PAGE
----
Lasers could soon replace spark plugs in cars to make engines greener, according to researchers.
Experts from from Romania and Japan will reveal their findings - that inexpensive lasers could ignite the fuel-air mixture in combustion engines - at the Conference on Lasers and Electro-Optics in Baltimore next month.
The team, who are believed to be in talks with a spark plug manufacturer, will speak about their studies on May 1 and it could revolutionise the efficiency of vehicle engines.
The revolutionary approach would - in theory - reduce their pollution, by igniting more of the mixture.
Spark plugs are used to ignite the fuel mixture near the spark gap, reducing the combustion efficiency.
One of the biggest drawbacks of the spark plug is that and the metal that they are manufactured with slowly erodes as they age.
Many other people have tried to replace the spark plug - an object which has not really changed since it was invented a century and a half ago - with lasers.
Unfortunately inventors found that the lasers needed to do the job of the spark plug would be cumbersome, inefficient and unstable.
However, the team believe that they have now developed a system that can focus two or even three laser beams into an engine's cylinders at variable depths.
This development increases the completeness of combustion while also avoiding the issue of erosion.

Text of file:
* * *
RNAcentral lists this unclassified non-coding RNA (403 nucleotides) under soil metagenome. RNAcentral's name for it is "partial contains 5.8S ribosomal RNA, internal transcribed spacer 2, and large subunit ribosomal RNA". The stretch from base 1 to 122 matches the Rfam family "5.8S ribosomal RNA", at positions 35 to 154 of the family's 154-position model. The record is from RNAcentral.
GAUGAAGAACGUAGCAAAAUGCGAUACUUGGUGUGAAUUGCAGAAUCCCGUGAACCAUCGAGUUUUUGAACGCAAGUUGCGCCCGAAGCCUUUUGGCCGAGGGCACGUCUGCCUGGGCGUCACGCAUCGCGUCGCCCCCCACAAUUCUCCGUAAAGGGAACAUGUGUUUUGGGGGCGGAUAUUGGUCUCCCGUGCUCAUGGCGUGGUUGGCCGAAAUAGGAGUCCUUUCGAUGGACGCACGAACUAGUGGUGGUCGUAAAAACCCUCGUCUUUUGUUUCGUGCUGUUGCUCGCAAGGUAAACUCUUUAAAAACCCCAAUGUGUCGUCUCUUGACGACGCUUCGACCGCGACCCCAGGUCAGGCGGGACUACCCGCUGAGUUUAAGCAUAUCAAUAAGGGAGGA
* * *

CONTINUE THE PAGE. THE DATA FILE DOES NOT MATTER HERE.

On the minus side it does, however, require lasers of high pulse energies - so, as with spark plugs, a considerable amount of energy is needed in order to ignite fuel.
Takunori Taira of the National Institutes of Natural Sciences in Okazaki, Japan, told the BBC: 'In the past, lasers that could meet those requirements were limited to basic research because they were big, inefficient, and unstable.
'Nor could they be located away from the engine, because their powerful beams would destroy any optical fibres that delivered light to the cylinders.'
In addition the team has been trying to make the lasers out of ceramic powders that are pressed into cylinders which are a similar size to spark plugs.
The ceramic devices are lasers in their own right and gather energy from compact, lower-power lasers.
The scientists have found that unlike the delicate crystals which are usually used in high-power lasers, the ceramics are stronger and can withstand the heat better within combustion engines.
They are currently in talks about commercialising the technology with Denso, a leading automobile component manufacturer.